Monday, February 3, 2014

The human machine: picoscale engineering

The previous post in this series can be found here.

Over the course of my 'human machine' series of posts I've tried to convey the intricacy and beauty of our biological engineering, and demonstrate that we are incredibly well-engineered machines whose complexity and originality go all the way down to the atomic level. In this week's post, I will be exemplifying this with one of the best cases that I can think of; how we transport oxygen around our bodies. I feel that this is a great story to tell because it is one that most people might think that they know well, but that actually is far more complex and subtle than it may appear, and that demonstrates how our lives are highly dependent on perfectly evolved processes working on the subatomic scale.

"It will have blood, they say."

I'm sure that anyone reading this blog is fully aware that we need oxygen to survive (although if you want a more detail explanation of exactly why then I direct your attention to a previous post of mine available here), and anyone remembering their primary school biology will know that oxygen is transported around the body by the circulatory system, i.e. the blood. Most of the cells within your blood are the famous red blood cells (to distinguish them from the immune cells - the white blood cells), which are, unsurprisingly, responsible for blood's distinctive colour - earning them the respect of horror movie aficionados everywhere. You have roughly 20-30 trillion red blood cells in you as you read this, each of which is about 7 microns (i.e. 7 millionths of a metre) in diameter. They shoot around your body, taking roughly 20 seconds to make one circulation, and have just one job; take oxygen from the lungs (where there's lots of it) to the tissues (where there's not). So specific are they to this job that they don't even bother having a nucleus, thereby removing all possibility of them doing anything else. 

Human red blood cells - you make 2 million every second!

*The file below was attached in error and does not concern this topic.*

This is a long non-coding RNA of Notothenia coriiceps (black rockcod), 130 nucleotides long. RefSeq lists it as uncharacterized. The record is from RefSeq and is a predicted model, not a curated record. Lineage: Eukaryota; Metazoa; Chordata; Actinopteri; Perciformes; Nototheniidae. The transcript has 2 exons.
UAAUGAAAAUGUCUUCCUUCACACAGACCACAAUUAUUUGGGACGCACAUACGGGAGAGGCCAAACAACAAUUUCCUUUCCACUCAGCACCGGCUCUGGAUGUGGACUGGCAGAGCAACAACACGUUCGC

What allows red blood cells to do their job so wonderfully is the same thing that gives them their bright red colour: haemoglobin. Haemoglobin is one of the most abundant proteins in the human body - each red blood cell is packed with around 250 million copies of it - meaning you have about 7.5 billion trillion copies in your whole body! The role of haemoglobin is fairly simple, it increases the solubility of oxygen compared to just letting the oxygen dissolve in the water that makes up most of your blood. It does this using four distinct oxygen-binding centres within its structure - each called a haem (or 'heme' if you're from the colonies) group. Each haem centre contains a captured atom of iron, which is capable to forming interactions with molecular oxygen, thereby allowing four molecules of oxygen to be captured by one haemoglobin. So far, so good.

Problems with strength

There is, however, a fundamental problem with a haemoglobin molecule that simply binds oxygen with a single, unchanging strength. If haem binds oxygen really well then it will be great at capturing it in the lungs where there's plenty of it, but then will still hang onto it in the tissues where it needs to release it. Conversely, if its interaction with oxygen is weak enough to allow it to let go in the tissues then it won't be terribly efficient at picking it up in the lungs. Ideally, you need a haemoglobin that binds oxygen really strongly in the lungs, but then changes to be much weaker in the tissues so it can dump it out where it's needed.

To a chemist this may sound a bit fanciful - the interaction strengths of one species with another are determined by the myriad factors that decide their charge, electron orbital structure, size, etc., and they can't just be changed to suit our needs. This is indeed true if you just take free haem without the rest of the haemoglobin protein and watch it bind to oxygen - the strength and affinity of the interaction is consistent no matter how much oxygen is around (under standard conditions, of course).

In haemoglobin, however, an odd effect can be seen as the concentration of oxygen changes: the more oxygen that haemoglobin binds, the more the strength of this interaction increases. Similarly, as it starts to lose its oxygen at low oxygen concentrations, it does so faster and faster as oxygen levels drop. This process is vital for our functioning as large animals that consume a lot of oxygen, as without it we either wouldn't be able to get enough oxygen out of the air, or wouldn't be able to release it into our tissues. Either way, we'd be screwed.

So, how does it work? Well it all comes down to the fact that each haemoglobin has four oxygen-binding haem groups rather than just the one. Each haem is attached to a single protein chain (either alpha or beta), which in turn come together to make two pairs containing one alpha and one beta, and then two pairs come together to make the whole haemoglobin. When oxygen binds to one haem group, it causes the affinities of all the other haems in the complex to slightly increase their affinity for oxygen. So, the more oxygen molecules that get bound, the greater the affinity of the remaining oxygen-free haems will be for interaction with oxygen. This is a process called positive cooperativity, and is a feature common to many multi-domain proteins within your body.